By Ed Pierce
Growing up in the 1960s I was forced to endure what I considered to be some of the strangest and least appealing music of all time that came out of a lone dashboard speaker in my father’s 1962 Chevrolet Impala.
This musical persecution was further extended when we moved into a larger home that came equipped with a radio intercom system and with a simple flick of a switch, he could pipe all his favorites through the speakers in our bedrooms waking us up each morning for school with his loud “hillbilly” early 1960s country and western selections.
Through the years, I compiled a group of his favorites that we were subjected to and even though decades have passed, I truly continue to detest some of these songs, although I have mellowed somewhat over time to a few of them. When I hear them today, I realize they are classics and think of him whenever they air on the radio. Those include more mainstream popular songs he liked such as “Fever” by Peggy Lee, “Hit the Road Jack” by Ray Charles, “She’s Got You” by Patsy Cline, and “This Guys In Love With You” by Herb Alpert.
Without further ado, the list goes as follows and if this type of music is your cup of tea, it’s nothing personal when I say I find many of these songs sheer torture –
Dishonorable Mention: Tennessee Ernie Ford’s “Sixteen Tons,” Stonewall Jackson’s “Waterloo,” Ned Miller’s “From a Jack to a King,” and Jack Greene’s “There Goes My Everything.”
And the countdown goes like this –
#10. “Don’t Go Near the Eskimos” by Ben Colder. A novelty song gone terribly wrong. Ben Colder was actually the alter ego of actor/musician Sheb Wooley who also gave us the “Purple People Eater” song.
#9. “The Battle of New Orleans” by Johnny Horton. Was written originally by a school principal in Arkansas to promote student interest in history. Probably the only song about Andrew Jackson to ever be played on the radio.
#8. “On the Wings of a Dove” by Ferlin Husky. A religious homage to God sending doves to Earth as a symbol of his love for mankind. I never liked Husky’s twangy interpretation but did enjoy the song when it was sung by Robert Duvall in the film “Tender Mercies.”
#7. “Wolverton Mountain” by Claude King. Played constantly in the 1960s, this is about a mountain man who zealously guards his daughter from anyone who would try and court her affection. Shlock at its worst.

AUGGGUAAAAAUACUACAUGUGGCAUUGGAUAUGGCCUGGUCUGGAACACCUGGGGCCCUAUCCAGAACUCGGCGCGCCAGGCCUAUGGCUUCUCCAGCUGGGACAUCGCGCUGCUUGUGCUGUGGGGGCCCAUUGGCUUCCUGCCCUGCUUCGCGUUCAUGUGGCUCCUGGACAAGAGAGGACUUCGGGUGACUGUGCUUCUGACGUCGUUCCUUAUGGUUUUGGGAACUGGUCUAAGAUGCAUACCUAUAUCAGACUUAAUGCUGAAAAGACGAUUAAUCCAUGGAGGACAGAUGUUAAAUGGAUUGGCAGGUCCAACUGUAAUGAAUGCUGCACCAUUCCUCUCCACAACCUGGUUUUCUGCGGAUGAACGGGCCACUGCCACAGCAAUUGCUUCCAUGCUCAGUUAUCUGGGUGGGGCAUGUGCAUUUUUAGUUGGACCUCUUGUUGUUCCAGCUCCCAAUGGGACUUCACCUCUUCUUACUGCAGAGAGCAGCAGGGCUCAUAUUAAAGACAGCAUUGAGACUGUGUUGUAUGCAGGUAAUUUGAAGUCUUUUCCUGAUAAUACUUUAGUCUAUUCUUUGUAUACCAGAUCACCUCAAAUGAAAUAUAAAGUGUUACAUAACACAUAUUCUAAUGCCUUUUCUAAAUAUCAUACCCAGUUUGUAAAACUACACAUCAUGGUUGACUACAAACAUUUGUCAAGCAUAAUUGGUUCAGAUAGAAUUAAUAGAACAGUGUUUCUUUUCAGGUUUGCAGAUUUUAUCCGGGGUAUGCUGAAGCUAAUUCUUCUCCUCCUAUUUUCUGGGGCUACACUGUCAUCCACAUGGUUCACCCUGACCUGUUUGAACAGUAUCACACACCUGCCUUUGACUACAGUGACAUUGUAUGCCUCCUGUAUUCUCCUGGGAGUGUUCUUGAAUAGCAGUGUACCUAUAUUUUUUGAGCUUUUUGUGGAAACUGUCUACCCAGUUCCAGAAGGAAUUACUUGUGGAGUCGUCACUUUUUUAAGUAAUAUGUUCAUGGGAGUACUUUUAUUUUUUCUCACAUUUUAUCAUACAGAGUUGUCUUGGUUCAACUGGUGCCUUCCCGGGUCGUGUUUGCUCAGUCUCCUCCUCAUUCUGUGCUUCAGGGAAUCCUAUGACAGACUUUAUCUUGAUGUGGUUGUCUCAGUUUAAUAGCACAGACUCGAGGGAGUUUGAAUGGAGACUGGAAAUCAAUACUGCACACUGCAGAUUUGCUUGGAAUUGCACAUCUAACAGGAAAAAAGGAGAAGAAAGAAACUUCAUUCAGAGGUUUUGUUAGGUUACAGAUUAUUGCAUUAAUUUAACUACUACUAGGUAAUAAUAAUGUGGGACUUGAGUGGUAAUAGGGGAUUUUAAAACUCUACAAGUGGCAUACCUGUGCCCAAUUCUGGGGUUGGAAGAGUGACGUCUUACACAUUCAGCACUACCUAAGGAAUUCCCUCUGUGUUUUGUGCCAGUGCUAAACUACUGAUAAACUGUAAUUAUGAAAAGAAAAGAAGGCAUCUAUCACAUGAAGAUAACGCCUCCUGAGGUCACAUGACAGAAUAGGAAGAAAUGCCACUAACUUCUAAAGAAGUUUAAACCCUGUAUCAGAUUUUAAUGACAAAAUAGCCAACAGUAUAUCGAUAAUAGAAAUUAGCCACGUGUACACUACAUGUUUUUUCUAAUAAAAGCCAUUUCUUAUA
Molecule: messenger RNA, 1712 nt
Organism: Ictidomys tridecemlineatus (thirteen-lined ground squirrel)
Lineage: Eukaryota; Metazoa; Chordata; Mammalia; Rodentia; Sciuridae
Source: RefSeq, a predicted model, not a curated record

#6. “Mountain of Love” by David Houston. Dreadful drivel in my opinion and everything I came to loathe about 1960s country music. It’s about a man who buys an engagement ring but the girl he wants to marry isn’t ready to settle down. Not the same tune as Johnny Rivers’ “Mountain of Love” hit.
#5. “Peel Me A Nanner” by Roy Drusky. A hard-headed chauvinist ponders why his girlfriend ran off with another man. He claims to have tried to indulge her every whim but laments “it all added up to a big fat’ nothin.’ Last night you ran away with him.”
#4. “Hello Walls” by Faron Young. Perhaps the single most-played country song of all-time. Willie Nelson wrote this about a man who comes home to find his woman has left him and he is alone and singing to the walls. He also croons to the windows and the ceiling while postulating that she’ll never return.
#3. “Flowers on the Wall” by the Statler Brothers. Overplayed and overhyped as one of the greatest country tunes ever. This song was used in the film “Pulp Fiction” in the 1990s and actor Bruce Willis sings along to a line of it in the movie. Willis also used that same line (“smoking cigarettes and watching Captain Kangaroo) in the film “Die Hard with a Vengeance.”
#2. “Mule Skinner Blues” by The Fendermen. If you love yodeling, this one’s for you. It’s hideous caterwauling about a down-on-his-luck mule skinner and should be banished permanently to the annals of bad ideas and distasteful music.
#1. “May the Bird of Paradise Fly Up Your Nose” by Little Jimmy Dickens. The passage of more than 60 years has not diminished my dislike for this one. It’s all about a cheapskate who sees a beggar on the street and only gives him a penny, then finds a $100 bill when his clothes come back from the laundry, and he tips the laundry clerk 10 cents. He takes a taxi and tells the driver he’s in a hurry and when the driver gets a speeding ticket, he’s ticked off about having to wait for his change for the fare.
The songs on this list should only be played when trying to make hostage takers surrender. <